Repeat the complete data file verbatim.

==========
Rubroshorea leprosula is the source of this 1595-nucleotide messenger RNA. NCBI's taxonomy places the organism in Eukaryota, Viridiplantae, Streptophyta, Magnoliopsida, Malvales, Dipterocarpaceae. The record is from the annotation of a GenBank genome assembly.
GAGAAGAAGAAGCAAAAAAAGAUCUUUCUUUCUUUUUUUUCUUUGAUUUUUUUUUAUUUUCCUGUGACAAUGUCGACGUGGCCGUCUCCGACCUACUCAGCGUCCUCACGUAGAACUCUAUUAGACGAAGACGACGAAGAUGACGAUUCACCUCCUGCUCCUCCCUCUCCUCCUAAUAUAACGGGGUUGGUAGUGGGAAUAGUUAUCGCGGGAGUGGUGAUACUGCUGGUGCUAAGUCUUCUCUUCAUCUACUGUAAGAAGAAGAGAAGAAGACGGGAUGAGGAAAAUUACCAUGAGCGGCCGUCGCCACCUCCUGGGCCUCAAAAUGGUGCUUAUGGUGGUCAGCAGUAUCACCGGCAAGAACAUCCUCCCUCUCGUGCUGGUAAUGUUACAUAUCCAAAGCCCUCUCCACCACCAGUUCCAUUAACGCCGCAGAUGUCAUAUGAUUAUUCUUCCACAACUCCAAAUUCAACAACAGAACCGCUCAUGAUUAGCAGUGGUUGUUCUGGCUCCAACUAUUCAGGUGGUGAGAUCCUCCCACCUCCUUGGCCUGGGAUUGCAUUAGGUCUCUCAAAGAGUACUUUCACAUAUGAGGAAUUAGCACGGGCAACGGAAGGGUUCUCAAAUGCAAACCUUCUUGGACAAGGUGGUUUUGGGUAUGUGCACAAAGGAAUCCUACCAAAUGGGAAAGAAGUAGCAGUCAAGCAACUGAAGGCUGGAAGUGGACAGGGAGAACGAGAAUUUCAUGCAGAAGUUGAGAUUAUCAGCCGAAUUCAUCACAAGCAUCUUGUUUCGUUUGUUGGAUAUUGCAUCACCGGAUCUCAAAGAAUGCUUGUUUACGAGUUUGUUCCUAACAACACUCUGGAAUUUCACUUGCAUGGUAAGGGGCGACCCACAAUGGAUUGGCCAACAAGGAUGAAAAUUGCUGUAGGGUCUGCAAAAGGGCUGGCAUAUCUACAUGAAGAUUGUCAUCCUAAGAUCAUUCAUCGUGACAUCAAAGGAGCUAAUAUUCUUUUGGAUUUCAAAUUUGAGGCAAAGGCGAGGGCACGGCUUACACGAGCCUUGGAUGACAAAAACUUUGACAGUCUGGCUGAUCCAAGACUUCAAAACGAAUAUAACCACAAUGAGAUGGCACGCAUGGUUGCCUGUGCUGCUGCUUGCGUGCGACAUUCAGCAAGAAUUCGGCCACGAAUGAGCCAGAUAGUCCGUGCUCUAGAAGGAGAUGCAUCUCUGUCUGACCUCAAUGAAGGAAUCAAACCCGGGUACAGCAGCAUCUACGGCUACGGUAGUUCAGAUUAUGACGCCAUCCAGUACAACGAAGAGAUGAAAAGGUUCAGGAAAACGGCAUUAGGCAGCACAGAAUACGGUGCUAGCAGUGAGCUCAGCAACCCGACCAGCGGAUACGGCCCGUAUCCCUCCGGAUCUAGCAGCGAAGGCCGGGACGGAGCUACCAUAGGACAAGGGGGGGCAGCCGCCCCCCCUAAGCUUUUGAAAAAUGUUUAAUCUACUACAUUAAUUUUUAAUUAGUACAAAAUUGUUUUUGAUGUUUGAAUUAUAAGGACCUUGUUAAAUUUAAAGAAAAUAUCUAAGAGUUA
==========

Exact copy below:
Rubroshorea leprosula is the source of this 1595-nucleotide messenger RNA. NCBI's taxonomy places the organism in Eukaryota, Viridiplantae, Streptophyta, Magnoliopsida, Malvales, Dipterocarpaceae. The record is from the annotation of a GenBank genome assembly.
GAGAAGAAGAAGCAAAAAAAGAUCUUUCUUUCUUUUUUUUCUUUGAUUUUUUUUUAUUUUCCUGUGACAAUGUCGACGUGGCCGUCUCCGACCUACUCAGCGUCCUCACGUAGAACUCUAUUAGACGAAGACGACGAAGAUGACGAUUCACCUCCUGCUCCUCCCUCUCCUCCUAAUAUAACGGGGUUGGUAGUGGGAAUAGUUAUCGCGGGAGUGGUGAUACUGCUGGUGCUAAGUCUUCUCUUCAUCUACUGUAAGAAGAAGAGAAGAAGACGGGAUGAGGAAAAUUACCAUGAGCGGCCGUCGCCACCUCCUGGGCCUCAAAAUGGUGCUUAUGGUGGUCAGCAGUAUCACCGGCAAGAACAUCCUCCCUCUCGUGCUGGUAAUGUUACAUAUCCAAAGCCCUCUCCACCACCAGUUCCAUUAACGCCGCAGAUGUCAUAUGAUUAUUCUUCCACAACUCCAAAUUCAACAACAGAACCGCUCAUGAUUAGCAGUGGUUGUUCUGGCUCCAACUAUUCAGGUGGUGAGAUCCUCCCACCUCCUUGGCCUGGGAUUGCAUUAGGUCUCUCAAAGAGUACUUUCACAUAUGAGGAAUUAGCACGGGCAACGGAAGGGUUCUCAAAUGCAAACCUUCUUGGACAAGGUGGUUUUGGGUAUGUGCACAAAGGAAUCCUACCAAAUGGGAAAGAAGUAGCAGUCAAGCAACUGAAGGCUGGAAGUGGACAGGGAGAACGAGAAUUUCAUGCAGAAGUUGAGAUUAUCAGCCGAAUUCAUCACAAGCAUCUUGUUUCGUUUGUUGGAUAUUGCAUCACCGGAUCUCAAAGAAUGCUUGUUUACGAGUUUGUUCCUAACAACACUCUGGAAUUUCACUUGCAUGGUAAGGGGCGACCCACAAUGGAUUGGCCAACAAGGAUGAAAAUUGCUGUAGGGUCUGCAAAAGGGCUGGCAUAUCUACAUGAAGAUUGUCAUCCUAAGAUCAUUCAUCGUGACAUCAAAGGAGCUAAUAUUCUUUUGGAUUUCAAAUUUGAGGCAAAGGCGAGGGCACGGCUUACACGAGCCUUGGAUGACAAAAACUUUGACAGUCUGGCUGAUCCAAGACUUCAAAACGAAUAUAACCACAAUGAGAUGGCACGCAUGGUUGCCUGUGCUGCUGCUUGCGUGCGACAUUCAGCAAGAAUUCGGCCACGAAUGAGCCAGAUAGUCCGUGCUCUAGAAGGAGAUGCAUCUCUGUCUGACCUCAAUGAAGGAAUCAAACCCGGGUACAGCAGCAUCUACGGCUACGGUAGUUCAGAUUAUGACGCCAUCCAGUACAACGAAGAGAUGAAAAGGUUCAGGAAAACGGCAUUAGGCAGCACAGAAUACGGUGCUAGCAGUGAGCUCAGCAACCCGACCAGCGGAUACGGCCCGUAUCCCUCCGGAUCUAGCAGCGAAGGCCGGGACGGAGCUACCAUAGGACAAGGGGGGGCAGCCGCCCCCCCUAAGCUUUUGAAAAAUGUUUAAUCUACUACAUUAAUUUUUAAUUAGUACAAAAUUGUUUUUGAUGUUUGAAUUAUAAGGACCUUGUUAAAUUUAAAGAAAAUAUCUAAGAGUUA